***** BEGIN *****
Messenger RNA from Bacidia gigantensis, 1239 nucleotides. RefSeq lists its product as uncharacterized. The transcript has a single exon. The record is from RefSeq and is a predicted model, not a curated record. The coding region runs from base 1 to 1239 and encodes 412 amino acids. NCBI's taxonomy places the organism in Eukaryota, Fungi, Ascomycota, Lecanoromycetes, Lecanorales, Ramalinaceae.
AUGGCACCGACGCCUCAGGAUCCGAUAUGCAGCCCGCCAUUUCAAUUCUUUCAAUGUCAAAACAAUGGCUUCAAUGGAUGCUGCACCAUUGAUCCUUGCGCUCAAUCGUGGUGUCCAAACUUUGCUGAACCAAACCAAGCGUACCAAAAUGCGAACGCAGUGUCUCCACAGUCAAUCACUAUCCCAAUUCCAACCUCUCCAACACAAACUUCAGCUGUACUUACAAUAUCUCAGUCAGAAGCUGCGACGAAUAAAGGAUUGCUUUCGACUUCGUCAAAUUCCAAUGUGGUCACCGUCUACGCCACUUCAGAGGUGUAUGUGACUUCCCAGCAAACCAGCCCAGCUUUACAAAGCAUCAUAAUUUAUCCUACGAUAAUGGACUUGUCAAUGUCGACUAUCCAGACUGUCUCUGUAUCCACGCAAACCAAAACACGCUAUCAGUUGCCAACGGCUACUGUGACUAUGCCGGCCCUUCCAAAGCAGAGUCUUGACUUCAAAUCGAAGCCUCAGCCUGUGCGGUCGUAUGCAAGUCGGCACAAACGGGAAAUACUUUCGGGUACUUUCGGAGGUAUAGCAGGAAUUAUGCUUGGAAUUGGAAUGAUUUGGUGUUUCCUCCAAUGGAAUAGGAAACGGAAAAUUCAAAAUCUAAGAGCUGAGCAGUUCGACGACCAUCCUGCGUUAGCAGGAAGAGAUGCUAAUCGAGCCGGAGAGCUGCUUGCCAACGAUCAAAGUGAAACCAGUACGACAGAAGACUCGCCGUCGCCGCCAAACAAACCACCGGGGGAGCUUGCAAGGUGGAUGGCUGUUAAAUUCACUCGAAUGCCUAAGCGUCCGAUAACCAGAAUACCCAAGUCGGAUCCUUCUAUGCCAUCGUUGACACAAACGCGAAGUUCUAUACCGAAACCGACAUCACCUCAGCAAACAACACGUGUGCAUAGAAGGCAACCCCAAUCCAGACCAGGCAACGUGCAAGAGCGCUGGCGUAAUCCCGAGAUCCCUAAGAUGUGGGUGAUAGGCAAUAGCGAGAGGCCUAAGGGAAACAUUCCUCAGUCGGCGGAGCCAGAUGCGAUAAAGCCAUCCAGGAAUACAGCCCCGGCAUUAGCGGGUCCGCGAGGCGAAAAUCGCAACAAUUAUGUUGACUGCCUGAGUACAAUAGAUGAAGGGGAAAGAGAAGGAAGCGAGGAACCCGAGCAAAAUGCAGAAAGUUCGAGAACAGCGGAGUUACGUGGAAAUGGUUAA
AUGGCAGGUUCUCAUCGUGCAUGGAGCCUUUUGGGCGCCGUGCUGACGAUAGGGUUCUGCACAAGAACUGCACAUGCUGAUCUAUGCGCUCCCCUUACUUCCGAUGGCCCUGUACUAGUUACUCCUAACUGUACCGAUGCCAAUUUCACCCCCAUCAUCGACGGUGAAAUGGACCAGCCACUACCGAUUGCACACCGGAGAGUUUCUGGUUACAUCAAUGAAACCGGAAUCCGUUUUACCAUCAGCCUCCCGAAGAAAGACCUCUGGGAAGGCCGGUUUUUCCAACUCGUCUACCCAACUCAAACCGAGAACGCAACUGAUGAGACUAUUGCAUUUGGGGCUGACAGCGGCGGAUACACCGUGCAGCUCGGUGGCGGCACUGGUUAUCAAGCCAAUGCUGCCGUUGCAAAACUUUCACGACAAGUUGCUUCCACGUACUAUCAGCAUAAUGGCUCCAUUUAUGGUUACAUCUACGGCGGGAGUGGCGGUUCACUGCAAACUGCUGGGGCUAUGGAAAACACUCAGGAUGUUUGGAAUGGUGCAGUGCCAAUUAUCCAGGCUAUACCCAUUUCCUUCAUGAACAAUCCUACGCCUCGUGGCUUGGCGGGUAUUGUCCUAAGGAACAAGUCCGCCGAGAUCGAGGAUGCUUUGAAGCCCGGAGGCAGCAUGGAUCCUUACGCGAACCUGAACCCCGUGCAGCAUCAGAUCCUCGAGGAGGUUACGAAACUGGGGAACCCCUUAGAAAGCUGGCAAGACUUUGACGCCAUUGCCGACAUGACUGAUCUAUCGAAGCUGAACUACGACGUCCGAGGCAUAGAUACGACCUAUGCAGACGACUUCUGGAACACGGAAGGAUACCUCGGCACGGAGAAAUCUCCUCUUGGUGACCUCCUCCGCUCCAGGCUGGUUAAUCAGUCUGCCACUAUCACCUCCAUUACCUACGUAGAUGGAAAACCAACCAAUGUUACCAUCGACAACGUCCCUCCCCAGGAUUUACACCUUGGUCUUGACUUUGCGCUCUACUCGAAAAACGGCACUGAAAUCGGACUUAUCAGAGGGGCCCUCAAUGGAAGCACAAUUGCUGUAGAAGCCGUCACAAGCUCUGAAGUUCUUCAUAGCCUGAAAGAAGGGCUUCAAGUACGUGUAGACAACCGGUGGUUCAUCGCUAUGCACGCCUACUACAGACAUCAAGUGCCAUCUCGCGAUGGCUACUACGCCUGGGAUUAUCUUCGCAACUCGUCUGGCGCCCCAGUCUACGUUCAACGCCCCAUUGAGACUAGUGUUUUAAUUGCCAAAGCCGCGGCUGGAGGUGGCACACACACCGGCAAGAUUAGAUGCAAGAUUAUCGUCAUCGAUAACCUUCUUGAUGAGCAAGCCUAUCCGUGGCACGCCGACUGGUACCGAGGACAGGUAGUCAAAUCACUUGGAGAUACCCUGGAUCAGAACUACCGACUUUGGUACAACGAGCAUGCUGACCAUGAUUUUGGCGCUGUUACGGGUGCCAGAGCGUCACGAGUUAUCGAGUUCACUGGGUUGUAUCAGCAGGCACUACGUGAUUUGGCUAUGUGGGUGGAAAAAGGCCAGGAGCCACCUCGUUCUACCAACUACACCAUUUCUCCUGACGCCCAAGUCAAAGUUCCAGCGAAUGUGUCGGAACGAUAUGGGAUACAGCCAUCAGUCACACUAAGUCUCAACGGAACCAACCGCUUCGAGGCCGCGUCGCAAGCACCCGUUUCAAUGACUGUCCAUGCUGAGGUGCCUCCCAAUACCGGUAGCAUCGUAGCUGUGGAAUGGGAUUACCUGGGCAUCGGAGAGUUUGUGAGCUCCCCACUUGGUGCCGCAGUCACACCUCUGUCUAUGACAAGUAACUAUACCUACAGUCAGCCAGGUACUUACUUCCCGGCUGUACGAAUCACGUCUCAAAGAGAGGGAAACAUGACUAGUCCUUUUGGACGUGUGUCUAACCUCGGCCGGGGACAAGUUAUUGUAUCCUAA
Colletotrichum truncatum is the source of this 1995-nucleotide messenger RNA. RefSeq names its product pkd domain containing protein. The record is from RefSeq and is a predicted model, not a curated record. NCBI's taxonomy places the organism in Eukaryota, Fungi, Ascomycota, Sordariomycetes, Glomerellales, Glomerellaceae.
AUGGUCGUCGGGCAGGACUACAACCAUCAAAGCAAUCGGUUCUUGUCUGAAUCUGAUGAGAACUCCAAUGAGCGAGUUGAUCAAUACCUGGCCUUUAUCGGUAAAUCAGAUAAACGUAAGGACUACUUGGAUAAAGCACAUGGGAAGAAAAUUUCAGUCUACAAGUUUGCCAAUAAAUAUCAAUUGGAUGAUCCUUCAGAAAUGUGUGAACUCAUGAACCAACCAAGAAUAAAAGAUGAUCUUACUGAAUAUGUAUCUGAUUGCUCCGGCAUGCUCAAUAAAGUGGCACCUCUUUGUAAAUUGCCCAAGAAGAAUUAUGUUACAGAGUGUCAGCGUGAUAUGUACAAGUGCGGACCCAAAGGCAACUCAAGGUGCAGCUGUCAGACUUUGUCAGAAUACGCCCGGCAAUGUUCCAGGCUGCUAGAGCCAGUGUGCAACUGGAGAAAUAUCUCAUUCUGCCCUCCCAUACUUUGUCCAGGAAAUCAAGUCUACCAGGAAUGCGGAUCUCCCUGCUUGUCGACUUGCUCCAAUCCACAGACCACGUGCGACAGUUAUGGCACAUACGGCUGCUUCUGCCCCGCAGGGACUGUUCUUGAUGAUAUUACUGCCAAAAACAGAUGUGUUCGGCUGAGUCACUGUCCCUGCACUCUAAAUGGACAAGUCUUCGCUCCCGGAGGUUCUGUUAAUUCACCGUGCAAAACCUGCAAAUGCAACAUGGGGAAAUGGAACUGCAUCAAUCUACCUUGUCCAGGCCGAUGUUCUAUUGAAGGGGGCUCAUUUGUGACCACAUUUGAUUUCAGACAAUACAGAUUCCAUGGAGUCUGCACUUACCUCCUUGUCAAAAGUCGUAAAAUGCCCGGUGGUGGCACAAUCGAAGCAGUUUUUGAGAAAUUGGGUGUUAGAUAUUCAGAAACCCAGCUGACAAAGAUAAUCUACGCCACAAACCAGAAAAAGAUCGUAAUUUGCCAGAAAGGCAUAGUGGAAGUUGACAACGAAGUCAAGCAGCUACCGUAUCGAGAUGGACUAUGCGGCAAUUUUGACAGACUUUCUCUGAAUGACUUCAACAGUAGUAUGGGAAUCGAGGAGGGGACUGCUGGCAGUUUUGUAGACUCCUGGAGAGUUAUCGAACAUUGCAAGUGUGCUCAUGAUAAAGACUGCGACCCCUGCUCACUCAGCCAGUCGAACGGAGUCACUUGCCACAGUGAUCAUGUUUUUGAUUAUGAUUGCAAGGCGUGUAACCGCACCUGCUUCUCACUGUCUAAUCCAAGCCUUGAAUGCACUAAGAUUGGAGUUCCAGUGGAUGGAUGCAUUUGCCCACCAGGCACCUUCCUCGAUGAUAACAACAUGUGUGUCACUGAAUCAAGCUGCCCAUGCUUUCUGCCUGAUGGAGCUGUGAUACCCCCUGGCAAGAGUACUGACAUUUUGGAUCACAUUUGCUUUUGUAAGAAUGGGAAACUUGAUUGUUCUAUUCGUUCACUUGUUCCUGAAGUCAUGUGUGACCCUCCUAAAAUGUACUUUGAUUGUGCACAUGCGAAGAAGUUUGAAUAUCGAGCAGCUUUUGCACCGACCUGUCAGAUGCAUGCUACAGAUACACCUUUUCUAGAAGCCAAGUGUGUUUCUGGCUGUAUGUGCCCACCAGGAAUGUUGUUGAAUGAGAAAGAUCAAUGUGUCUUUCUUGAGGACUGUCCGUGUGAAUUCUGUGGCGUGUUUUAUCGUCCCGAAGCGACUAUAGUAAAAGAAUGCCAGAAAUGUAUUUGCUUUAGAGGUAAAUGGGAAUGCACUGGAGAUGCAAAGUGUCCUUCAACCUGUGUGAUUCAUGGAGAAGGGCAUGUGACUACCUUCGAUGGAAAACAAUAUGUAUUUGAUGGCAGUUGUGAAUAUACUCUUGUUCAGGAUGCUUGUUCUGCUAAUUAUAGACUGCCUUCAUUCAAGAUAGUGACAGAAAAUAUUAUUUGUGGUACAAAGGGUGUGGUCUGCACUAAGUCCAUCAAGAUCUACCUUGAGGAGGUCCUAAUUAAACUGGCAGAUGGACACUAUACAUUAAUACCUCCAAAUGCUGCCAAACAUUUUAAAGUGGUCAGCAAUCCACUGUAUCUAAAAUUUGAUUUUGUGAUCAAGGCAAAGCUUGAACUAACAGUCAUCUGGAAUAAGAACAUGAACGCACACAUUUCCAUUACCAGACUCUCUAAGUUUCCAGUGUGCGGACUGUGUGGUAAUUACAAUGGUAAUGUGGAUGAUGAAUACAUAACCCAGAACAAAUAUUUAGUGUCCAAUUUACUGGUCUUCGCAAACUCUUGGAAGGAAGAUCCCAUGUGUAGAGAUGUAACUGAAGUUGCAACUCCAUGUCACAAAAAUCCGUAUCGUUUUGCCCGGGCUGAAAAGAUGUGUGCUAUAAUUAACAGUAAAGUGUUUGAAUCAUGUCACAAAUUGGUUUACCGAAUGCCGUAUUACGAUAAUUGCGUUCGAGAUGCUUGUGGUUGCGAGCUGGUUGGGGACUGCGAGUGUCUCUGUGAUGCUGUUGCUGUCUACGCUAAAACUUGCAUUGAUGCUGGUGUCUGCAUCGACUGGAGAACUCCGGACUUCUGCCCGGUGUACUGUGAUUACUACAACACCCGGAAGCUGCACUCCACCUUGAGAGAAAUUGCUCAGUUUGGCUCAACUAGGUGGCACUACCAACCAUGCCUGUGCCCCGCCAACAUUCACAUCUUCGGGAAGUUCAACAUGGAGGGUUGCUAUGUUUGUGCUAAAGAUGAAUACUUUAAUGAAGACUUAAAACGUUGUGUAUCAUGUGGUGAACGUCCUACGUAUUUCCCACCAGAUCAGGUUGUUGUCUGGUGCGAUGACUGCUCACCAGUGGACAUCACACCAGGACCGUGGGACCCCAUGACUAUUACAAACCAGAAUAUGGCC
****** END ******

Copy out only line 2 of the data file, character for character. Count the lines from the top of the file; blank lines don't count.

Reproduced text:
AUGGCACCGACGCCUCAGGAUCCGAUAUGCAGCCCGCCAUUUCAAUUCUUUCAAUGUCAAAACAAUGGCUUCAAUGGAUGCUGCACCAUUGAUCCUUGCGCUCAAUCGUGGUGUCCAAACUUUGCUGAACCAAACCAAGCGUACCAAAAUGCGAACGCAGUGUCUCCACAGUCAAUCACUAUCCCAAUUCCAACCUCUCCAACACAAACUUCAGCUGUACUUACAAUAUCUCAGUCAGAAGCUGCGACGAAUAAAGGAUUGCUUUCGACUUCGUCAAAUUCCAAUGUGGUCACCGUCUACGCCACUUCAGAGGUGUAUGUGACUUCCCAGCAAACCAGCCCAGCUUUACAAAGCAUCAUAAUUUAUCCUACGAUAAUGGACUUGUCAAUGUCGACUAUCCAGACUGUCUCUGUAUCCACGCAAACCAAAACACGCUAUCAGUUGCCAACGGCUACUGUGACUAUGCCGGCCCUUCCAAAGCAGAGUCUUGACUUCAAAUCGAAGCCUCAGCCUGUGCGGUCGUAUGCAAGUCGGCACAAACGGGAAAUACUUUCGGGUACUUUCGGAGGUAUAGCAGGAAUUAUGCUUGGAAUUGGAAUGAUUUGGUGUUUCCUCCAAUGGAAUAGGAAACGGAAAAUUCAAAAUCUAAGAGCUGAGCAGUUCGACGACCAUCCUGCGUUAGCAGGAAGAGAUGCUAAUCGAGCCGGAGAGCUGCUUGCCAACGAUCAAAGUGAAACCAGUACGACAGAAGACUCGCCGUCGCCGCCAAACAAACCACCGGGGGAGCUUGCAAGGUGGAUGGCUGUUAAAUUCACUCGAAUGCCUAAGCGUCCGAUAACCAGAAUACCCAAGUCGGAUCCUUCUAUGCCAUCGUUGACACAAACGCGAAGUUCUAUACCGAAACCGACAUCACCUCAGCAAACAACACGUGUGCAUAGAAGGCAACCCCAAUCCAGACCAGGCAACGUGCAAGAGCGCUGGCGUAAUCCCGAGAUCCCUAAGAUGUGGGUGAUAGGCAAUAGCGAGAGGCCUAAGGGAAACAUUCCUCAGUCGGCGGAGCCAGAUGCGAUAAAGCCAUCCAGGAAUACAGCCCCGGCAUUAGCGGGUCCGCGAGGCGAAAAUCGCAACAAUUAUGUUGACUGCCUGAGUACAAUAGAUGAAGGGGAAAGAGAAGGAAGCGAGGAACCCGAGCAAAAUGCAGAAAGUUCGAGAACAGCGGAGUUACGUGGAAAUGGUUAA